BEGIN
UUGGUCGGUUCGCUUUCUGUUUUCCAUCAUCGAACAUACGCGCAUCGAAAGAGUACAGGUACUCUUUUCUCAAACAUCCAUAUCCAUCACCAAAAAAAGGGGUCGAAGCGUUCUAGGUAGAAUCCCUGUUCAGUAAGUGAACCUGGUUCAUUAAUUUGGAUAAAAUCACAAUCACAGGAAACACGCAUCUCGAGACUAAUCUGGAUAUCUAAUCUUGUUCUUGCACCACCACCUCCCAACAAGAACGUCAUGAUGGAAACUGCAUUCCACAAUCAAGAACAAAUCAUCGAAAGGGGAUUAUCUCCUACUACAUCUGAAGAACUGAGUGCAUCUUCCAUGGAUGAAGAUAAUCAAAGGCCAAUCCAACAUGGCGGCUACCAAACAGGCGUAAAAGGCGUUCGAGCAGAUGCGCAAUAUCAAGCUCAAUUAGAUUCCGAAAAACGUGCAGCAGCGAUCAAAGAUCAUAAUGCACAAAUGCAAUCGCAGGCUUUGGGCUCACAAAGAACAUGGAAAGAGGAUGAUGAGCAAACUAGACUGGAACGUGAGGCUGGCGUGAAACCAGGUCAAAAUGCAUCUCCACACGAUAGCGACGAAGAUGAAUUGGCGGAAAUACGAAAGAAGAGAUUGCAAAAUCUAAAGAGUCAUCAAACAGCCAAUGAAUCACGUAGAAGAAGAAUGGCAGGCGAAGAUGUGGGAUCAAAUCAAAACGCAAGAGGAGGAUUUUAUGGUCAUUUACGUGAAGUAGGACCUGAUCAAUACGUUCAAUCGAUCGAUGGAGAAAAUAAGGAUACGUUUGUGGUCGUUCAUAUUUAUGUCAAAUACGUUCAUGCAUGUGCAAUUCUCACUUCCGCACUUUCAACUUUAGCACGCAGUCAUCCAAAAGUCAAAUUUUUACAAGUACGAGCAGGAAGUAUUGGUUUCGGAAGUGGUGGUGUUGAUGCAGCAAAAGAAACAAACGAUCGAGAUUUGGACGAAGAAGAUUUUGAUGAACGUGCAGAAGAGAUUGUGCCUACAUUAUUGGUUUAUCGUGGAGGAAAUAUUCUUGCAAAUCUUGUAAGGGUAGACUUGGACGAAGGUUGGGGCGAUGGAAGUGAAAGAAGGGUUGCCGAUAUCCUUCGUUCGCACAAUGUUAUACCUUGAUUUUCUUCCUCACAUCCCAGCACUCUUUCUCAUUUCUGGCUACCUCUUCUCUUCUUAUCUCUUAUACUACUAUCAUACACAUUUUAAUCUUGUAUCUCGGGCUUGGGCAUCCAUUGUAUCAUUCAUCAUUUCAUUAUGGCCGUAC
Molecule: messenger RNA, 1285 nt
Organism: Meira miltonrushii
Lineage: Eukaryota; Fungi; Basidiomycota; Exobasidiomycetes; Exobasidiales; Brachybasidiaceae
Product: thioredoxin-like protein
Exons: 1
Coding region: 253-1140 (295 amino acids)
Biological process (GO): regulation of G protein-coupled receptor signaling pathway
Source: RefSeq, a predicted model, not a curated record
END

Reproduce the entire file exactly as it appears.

UUGGUCGGUUCGCUUUCUGUUUUCCAUCAUCGAACAUACGCGCAUCGAAAGAGUACAGGUACUCUUUUCUCAAACAUCCAUAUCCAUCACCAAAAAAAGGGGUCGAAGCGUUCUAGGUAGAAUCCCUGUUCAGUAAGUGAACCUGGUUCAUUAAUUUGGAUAAAAUCACAAUCACAGGAAACACGCAUCUCGAGACUAAUCUGGAUAUCUAAUCUUGUUCUUGCACCACCACCUCCCAACAAGAACGUCAUGAUGGAAACUGCAUUCCACAAUCAAGAACAAAUCAUCGAAAGGGGAUUAUCUCCUACUACAUCUGAAGAACUGAGUGCAUCUUCCAUGGAUGAAGAUAAUCAAAGGCCAAUCCAACAUGGCGGCUACCAAACAGGCGUAAAAGGCGUUCGAGCAGAUGCGCAAUAUCAAGCUCAAUUAGAUUCCGAAAAACGUGCAGCAGCGAUCAAAGAUCAUAAUGCACAAAUGCAAUCGCAGGCUUUGGGCUCACAAAGAACAUGGAAAGAGGAUGAUGAGCAAACUAGACUGGAACGUGAGGCUGGCGUGAAACCAGGUCAAAAUGCAUCUCCACACGAUAGCGACGAAGAUGAAUUGGCGGAAAUACGAAAGAAGAGAUUGCAAAAUCUAAAGAGUCAUCAAACAGCCAAUGAAUCACGUAGAAGAAGAAUGGCAGGCGAAGAUGUGGGAUCAAAUCAAAACGCAAGAGGAGGAUUUUAUGGUCAUUUACGUGAAGUAGGACCUGAUCAAUACGUUCAAUCGAUCGAUGGAGAAAAUAAGGAUACGUUUGUGGUCGUUCAUAUUUAUGUCAAAUACGUUCAUGCAUGUGCAAUUCUCACUUCCGCACUUUCAACUUUAGCACGCAGUCAUCCAAAAGUCAAAUUUUUACAAGUACGAGCAGGAAGUAUUGGUUUCGGAAGUGGUGGUGUUGAUGCAGCAAAAGAAACAAACGAUCGAGAUUUGGACGAAGAAGAUUUUGAUGAACGUGCAGAAGAGAUUGUGCCUACAUUAUUGGUUUAUCGUGGAGGAAAUAUUCUUGCAAAUCUUGUAAGGGUAGACUUGGACGAAGGUUGGGGCGAUGGAAGUGAAAGAAGGGUUGCCGAUAUCCUUCGUUCGCACAAUGUUAUACCUUGAUUUUCUUCCUCACAUCCCAGCACUCUUUCUCAUUUCUGGCUACCUCUUCUCUUCUUAUCUCUUAUACUACUAUCAUACACAUUUUAAUCUUGUAUCUCGGGCUUGGGCAUCCAUUGUAUCAUUCAUCAUUUCAUUAUGGCCGUAC
Molecule: messenger RNA, 1285 nt
Organism: Meira miltonrushii
Lineage: Eukaryota; Fungi; Basidiomycota; Exobasidiomycetes; Exobasidiales; Brachybasidiaceae
Product: thioredoxin-like protein
Exons: 1
Coding region: 253-1140 (295 amino acids)
Biological process (GO): regulation of G protein-coupled receptor signaling pathway
Source: RefSeq, a predicted model, not a curated record